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Capture and Death of Dimitt

They also recommended "an immediate retaliation be made on the exposed frontier of the enemy, and that they be reminded by proper action on our part, that such assumption and such outrage, will not be tolerated." In conclusion, the memorialists suggested that a sufficient militia or volunteer force should be "immediately authorized to effect that object" and to "remove from the western border of the Republic any individual or individuals, who, losing sight of their proper character as Texan citizens, admit the dominion of Mexico on any portion of the soil of this Republic or pay allegiance to the sovereignty of Mexico whilst residing in and claiming the benefits of our Government." By the latter suggestion, they probably had reference to Kinney, Aubrey, and Don Carlos de la Garza. The petitioners stated their readiness to retaliate if Dimitt and his companions were not immediately released and their property restored, and they requested permission of the government to go to their rescue, "and should it not be obtained," wrote James Wright, late member of Congress, "they will go on their own responsibility. . . . I have no doubt," he continued, "that Kinney is acting a double part."[28]  Similar indignation meetings were held at Lamar, Gonzales, and other towns. Letters accompanying the resolutions declared the determination of the inhabitants in the various towns and surrounding areas to turn out en masse with, or without, official orders to make good the claims of Texas to the territory between the Nueces and the Río Grande and to retaliate for the injuries they had suffered.[29]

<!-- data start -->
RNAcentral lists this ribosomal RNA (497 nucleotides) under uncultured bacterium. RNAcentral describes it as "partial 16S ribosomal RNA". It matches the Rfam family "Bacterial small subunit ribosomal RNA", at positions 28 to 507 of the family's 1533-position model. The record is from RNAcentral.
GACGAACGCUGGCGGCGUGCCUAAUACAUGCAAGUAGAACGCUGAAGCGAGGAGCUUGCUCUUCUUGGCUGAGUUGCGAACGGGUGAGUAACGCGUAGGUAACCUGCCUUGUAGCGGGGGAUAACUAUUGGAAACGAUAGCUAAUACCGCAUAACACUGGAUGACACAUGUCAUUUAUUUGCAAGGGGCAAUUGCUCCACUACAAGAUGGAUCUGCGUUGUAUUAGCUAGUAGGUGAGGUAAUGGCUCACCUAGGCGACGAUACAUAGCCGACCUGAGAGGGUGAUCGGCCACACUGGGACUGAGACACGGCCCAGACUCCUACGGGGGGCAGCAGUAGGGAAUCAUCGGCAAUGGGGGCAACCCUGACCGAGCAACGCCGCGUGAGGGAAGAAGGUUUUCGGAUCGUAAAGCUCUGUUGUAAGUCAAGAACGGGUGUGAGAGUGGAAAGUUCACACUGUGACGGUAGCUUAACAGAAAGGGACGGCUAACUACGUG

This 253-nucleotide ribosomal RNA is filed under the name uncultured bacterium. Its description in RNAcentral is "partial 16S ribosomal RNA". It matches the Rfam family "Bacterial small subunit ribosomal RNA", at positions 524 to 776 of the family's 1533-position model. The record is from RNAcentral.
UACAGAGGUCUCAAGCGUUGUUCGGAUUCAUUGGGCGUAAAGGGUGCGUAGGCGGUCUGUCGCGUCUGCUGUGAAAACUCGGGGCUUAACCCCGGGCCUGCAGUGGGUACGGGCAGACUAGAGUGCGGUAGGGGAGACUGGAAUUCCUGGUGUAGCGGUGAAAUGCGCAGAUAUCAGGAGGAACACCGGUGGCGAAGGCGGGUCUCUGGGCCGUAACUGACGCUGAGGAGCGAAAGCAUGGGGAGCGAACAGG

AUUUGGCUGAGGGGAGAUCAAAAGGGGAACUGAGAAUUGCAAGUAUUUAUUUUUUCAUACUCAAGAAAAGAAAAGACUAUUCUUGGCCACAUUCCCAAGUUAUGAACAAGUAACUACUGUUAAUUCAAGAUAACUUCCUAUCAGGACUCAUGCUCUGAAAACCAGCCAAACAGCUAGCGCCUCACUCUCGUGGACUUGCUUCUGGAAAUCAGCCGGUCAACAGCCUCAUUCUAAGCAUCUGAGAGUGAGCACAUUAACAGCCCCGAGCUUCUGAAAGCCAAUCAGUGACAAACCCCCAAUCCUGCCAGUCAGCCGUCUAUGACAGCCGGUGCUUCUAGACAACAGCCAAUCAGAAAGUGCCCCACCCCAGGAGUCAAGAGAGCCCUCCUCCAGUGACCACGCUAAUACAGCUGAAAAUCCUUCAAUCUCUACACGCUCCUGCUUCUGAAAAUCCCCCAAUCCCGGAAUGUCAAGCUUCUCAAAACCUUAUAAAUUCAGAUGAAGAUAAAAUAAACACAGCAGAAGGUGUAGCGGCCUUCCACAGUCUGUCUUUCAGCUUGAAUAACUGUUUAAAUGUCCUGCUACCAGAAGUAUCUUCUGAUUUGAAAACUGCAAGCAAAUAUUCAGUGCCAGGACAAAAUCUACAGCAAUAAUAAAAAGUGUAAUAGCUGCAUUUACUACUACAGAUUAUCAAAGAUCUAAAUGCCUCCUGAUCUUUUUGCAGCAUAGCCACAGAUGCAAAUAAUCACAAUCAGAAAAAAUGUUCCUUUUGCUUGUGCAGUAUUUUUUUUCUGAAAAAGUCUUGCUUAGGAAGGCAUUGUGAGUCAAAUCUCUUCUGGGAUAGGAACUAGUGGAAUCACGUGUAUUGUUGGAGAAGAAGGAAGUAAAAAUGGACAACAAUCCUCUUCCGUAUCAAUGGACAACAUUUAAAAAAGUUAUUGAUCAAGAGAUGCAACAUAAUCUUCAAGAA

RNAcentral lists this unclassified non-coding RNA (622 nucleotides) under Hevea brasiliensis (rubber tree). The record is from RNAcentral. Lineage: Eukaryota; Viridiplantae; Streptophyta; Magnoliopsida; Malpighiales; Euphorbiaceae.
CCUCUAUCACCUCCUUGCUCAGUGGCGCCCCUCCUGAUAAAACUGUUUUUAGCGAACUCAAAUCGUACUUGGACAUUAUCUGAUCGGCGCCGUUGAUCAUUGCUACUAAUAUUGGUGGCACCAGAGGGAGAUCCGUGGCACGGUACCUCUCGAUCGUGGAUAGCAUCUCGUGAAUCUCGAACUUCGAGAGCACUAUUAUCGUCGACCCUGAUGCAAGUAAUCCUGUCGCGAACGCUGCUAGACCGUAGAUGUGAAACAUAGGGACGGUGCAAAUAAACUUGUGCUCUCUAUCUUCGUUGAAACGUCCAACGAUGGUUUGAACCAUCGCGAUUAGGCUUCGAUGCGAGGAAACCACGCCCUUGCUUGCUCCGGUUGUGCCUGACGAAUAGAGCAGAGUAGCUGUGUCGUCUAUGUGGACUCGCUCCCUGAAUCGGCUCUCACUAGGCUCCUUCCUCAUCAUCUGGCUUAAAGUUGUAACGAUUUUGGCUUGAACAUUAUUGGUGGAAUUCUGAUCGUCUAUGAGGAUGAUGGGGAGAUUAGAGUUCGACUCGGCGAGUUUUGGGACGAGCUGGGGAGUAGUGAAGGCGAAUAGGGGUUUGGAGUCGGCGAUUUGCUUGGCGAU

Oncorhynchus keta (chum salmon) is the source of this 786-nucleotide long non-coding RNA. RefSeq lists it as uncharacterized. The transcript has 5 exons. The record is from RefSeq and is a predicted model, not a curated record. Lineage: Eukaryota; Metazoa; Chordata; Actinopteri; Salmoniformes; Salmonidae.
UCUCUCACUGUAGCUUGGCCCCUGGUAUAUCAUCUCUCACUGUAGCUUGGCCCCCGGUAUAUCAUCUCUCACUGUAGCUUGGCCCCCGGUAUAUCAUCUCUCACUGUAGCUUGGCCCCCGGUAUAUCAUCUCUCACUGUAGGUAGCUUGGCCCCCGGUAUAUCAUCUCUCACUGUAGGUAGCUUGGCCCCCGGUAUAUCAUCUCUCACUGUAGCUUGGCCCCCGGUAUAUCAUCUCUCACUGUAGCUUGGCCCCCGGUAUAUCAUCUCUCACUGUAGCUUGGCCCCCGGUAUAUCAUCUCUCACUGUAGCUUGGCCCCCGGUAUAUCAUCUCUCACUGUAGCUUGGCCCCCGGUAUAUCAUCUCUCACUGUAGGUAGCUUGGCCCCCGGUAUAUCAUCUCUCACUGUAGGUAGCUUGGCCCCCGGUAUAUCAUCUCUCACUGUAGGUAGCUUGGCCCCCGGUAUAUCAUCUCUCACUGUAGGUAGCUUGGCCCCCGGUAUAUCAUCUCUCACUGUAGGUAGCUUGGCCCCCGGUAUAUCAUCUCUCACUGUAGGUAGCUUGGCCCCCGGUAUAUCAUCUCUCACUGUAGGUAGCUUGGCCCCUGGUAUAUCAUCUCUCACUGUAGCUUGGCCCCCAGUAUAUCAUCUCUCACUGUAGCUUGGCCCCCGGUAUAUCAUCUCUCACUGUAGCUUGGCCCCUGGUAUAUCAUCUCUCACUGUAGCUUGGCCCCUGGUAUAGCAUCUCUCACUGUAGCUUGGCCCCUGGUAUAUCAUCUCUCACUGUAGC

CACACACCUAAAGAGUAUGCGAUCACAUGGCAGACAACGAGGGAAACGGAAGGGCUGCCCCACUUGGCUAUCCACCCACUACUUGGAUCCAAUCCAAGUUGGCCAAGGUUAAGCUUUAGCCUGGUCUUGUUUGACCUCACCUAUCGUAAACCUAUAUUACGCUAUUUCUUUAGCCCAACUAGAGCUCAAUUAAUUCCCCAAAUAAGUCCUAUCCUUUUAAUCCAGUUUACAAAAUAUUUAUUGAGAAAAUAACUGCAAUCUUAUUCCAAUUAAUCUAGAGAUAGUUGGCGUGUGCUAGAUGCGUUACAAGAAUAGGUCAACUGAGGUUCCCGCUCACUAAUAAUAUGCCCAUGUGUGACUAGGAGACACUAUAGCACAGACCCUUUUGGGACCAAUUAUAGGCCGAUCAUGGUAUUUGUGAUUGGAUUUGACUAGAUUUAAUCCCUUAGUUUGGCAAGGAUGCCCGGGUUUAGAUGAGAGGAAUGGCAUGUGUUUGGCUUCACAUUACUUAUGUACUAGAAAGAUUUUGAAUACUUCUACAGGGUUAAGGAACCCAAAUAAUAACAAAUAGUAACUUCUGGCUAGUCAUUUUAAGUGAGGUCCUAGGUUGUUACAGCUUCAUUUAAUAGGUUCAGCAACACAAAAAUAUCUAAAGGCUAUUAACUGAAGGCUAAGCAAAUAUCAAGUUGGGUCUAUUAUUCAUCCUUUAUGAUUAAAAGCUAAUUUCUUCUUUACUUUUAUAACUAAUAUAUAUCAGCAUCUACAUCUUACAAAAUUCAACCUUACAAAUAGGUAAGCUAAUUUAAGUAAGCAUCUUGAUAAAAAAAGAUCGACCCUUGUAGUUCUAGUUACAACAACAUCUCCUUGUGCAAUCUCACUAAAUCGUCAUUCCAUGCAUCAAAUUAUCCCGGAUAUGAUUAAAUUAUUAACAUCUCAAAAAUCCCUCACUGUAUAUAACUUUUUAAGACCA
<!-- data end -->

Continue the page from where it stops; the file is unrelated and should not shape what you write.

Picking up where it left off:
"The people in the more settled areas of the Republic, however, were less inclined to rush headlong to the Río Grande."

28. J. Wright to B. T. Archer, Victoria, July 10, 1841, Army Papers (Texas), ms., copy.

29. Texas Centinel (Austin), July 15, 1841 (extra). Being so ill that he was scarcely able to sit up, James W. Robinson appealed to the Secretary of War to rescue Dimitt.
I pray you, in God's name, secure him if you can, and the benedictions of millions of freemen will bless the act, and a weeping and desponding wife, and six helpless children, will breath the holiest prayer ever uttered for your happiness; but I need not say so -- I know you will rescue him if you can. The sentiments of the people will be unanimously with you; and any expense will most assuredly be paid by Congress. This county would turn out, in my opinion nearly in masse, for this object.
J. W. Robinson to B. T. Archer, Gonzales, July 13, 1841, Army Papers (Texas), ms., copy.

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AFTER SAN JACINTO: The Texas-Mexican Frontier, 1836-1841
Joseph Milton Nance, 1963